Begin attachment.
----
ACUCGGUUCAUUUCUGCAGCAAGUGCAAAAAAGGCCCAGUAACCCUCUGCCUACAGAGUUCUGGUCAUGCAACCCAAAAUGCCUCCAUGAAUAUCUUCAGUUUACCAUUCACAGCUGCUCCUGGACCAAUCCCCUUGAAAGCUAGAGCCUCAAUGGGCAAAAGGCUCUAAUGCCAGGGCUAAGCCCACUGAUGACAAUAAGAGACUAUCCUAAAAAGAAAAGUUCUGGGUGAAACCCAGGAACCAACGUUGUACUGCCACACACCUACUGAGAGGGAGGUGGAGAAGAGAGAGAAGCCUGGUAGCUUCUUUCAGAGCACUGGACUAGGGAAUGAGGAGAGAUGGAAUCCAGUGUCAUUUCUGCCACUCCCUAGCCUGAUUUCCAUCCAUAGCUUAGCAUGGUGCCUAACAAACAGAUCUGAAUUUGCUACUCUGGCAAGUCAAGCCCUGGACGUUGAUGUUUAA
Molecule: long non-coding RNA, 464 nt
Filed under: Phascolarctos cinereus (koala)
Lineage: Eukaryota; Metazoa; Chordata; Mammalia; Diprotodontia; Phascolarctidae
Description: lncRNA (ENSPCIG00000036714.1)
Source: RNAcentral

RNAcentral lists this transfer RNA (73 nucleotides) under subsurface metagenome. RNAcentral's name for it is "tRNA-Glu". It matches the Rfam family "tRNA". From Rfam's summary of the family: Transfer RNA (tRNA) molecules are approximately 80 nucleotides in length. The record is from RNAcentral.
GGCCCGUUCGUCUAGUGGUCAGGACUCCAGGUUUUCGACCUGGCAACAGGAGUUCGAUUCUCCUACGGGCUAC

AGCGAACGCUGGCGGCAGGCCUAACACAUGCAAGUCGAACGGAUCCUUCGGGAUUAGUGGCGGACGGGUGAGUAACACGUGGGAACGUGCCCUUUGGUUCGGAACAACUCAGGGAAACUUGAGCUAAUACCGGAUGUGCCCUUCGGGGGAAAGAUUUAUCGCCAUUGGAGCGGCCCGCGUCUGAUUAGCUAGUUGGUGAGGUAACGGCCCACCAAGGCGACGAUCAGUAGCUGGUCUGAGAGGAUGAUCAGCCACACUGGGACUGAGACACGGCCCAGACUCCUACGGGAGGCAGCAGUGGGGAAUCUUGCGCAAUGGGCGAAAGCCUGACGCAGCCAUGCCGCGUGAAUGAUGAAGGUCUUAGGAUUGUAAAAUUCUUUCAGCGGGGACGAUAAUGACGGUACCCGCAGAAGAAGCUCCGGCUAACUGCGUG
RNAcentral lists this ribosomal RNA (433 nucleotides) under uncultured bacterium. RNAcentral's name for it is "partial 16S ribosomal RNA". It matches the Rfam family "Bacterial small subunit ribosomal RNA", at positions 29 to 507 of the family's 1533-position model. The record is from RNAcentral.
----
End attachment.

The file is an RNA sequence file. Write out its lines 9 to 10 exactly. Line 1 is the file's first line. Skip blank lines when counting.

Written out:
AGCGAACGCUGGCGGCAGGCCUAACACAUGCAAGUCGAACGGAUCCUUCGGGAUUAGUGGCGGACGGGUGAGUAACACGUGGGAACGUGCCCUUUGGUUCGGAACAACUCAGGGAAACUUGAGCUAAUACCGGAUGUGCCCUUCGGGGGAAAGAUUUAUCGCCAUUGGAGCGGCCCGCGUCUGAUUAGCUAGUUGGUGAGGUAACGGCCCACCAAGGCGACGAUCAGUAGCUGGUCUGAGAGGAUGAUCAGCCACACUGGGACUGAGACACGGCCCAGACUCCUACGGGAGGCAGCAGUGGGGAAUCUUGCGCAAUGGGCGAAAGCCUGACGCAGCCAUGCCGCGUGAAUGAUGAAGGUCUUAGGAUUGUAAAAUUCUUUCAGCGGGGACGAUAAUGACGGUACCCGCAGAAGAAGCUCCGGCUAACUGCGUG
RNAcentral lists this ribosomal RNA (433 nucleotides) under uncultured bacterium. RNAcentral's name for it is "partial 16S ribosomal RNA". It matches the Rfam family "Bacterial small subunit ribosomal RNA", at positions 29 to 507 of the family's 1533-position model. The record is from RNAcentral.